A Contextual Fictional Space: About Fictional Homelands

Memories of an Artist in Residence at the National University of Colombia.

By: Melissa Cruz García

The view from my studio window at UNAL, Fine Arts Building

The view from my studio window at UNAL, Fine Arts Building

Saturday morning was the day of the “Manuel Ancizar” lectures at the National University of Colombia. The year in course was nineteen ninety nine. Emilio Quevedo Velez with vivid voice was speaking on the history of the disease and medicine through the Arts (mainly literature, theater, painting, sculpture, music, opera and film). Astonish and silent I just thought that one of the greatest things of being a scholar could be to know a subject so much; that even listeners would get inspired by his-her single voice since that voice was an extension of his knowledge. Few years later and far away from the University and from home, I understood that the purpose of those Saturday lectures was to plant a seed of curiosity on the student’s mind, so they could discover a way to contribute to the development of a country, (or any society) from open spaces; in order to find alternative solutions to social, scientific and cultural situations. These lectures were the opportunity to interact in an academic review and to discuss and learn more severe social problems to which Colombian society faced at that time and still faces.

Little I predicted to come back to the National University of Colombia many years later, to develop an art project based on the distant experience I have from my “lost” country of origin. A project I recently decided to call: “A Contextual Fictional Space: about Fictional Homelands”. Not knowing the existence of the book by Salman Rushdie: “Imaginary homelands” (recommended recently by art historian Philip Peters), the writings I´ve found in the form of a pdf were crucial during my residency period in Bogotá Colombia. Not that I used Salman Rushdie as a guideline to shape my thoughts, but rather; I shared his vision and feelings of the place I once left. In Salman Rushdie’s case the city of Bombay and in my case, Bogotá.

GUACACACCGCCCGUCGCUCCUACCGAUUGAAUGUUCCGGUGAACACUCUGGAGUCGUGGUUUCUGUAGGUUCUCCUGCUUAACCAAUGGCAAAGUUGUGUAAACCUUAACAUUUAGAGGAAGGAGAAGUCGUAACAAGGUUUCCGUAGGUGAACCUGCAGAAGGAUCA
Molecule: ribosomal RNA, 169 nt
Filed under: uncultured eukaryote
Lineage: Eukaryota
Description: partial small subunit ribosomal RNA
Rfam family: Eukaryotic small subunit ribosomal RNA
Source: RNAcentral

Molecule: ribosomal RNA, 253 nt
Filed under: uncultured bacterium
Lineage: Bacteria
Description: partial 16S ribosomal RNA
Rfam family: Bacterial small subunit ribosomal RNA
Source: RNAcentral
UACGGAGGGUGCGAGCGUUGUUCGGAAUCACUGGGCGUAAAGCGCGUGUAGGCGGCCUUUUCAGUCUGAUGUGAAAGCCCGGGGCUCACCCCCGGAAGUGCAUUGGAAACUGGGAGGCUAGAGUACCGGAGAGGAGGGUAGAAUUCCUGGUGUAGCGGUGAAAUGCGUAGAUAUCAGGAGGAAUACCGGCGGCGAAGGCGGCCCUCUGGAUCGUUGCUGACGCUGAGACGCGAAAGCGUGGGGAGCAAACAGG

Francisco de Paula Santamder square or Plaza Che (Che Square). 

Since my arrival and from the first day of my working period as an Artist in Residence at the University, many things were going on, visually, in its content and context as well. My memory of Bogotá was the one I had from the period of Anthanas Mockus as Major. Those years; you could see the streets roomed by mimes, clowns and acrobats teaching people to be and behave in a civic way. I also wanted to be one of those clowns, so I did. Now I certainly think that countries like Colombia need more clowns than politicians.

Along the time period of research on the context of the National University of Colombia, I realized that the graffiti around the campus where a real portrait of how the society was feeling subjugated and alienated by revolutionary ideas from leaders coming from other countries (Che Guevara, Marx, Lenin, etc). Non Colombian’s will think that there is no sign of National University but a Marxist- Che statement of one culture. Perhaps it was only the tradition to keep the graffiti the way they are for decades (perhaps as a memory), but I found out that every year the campus becomes white at the beginning of the academic year and later on, graffiti reappears.  Sometimes, different ones another times the very same ones painted on top. Those repainted where actually the Che Guevara, Stalin and Lenin murals. When the context reveals something more than simply names, I am a fan of Graffiti Art. And this is the case of the walls at the UNAL.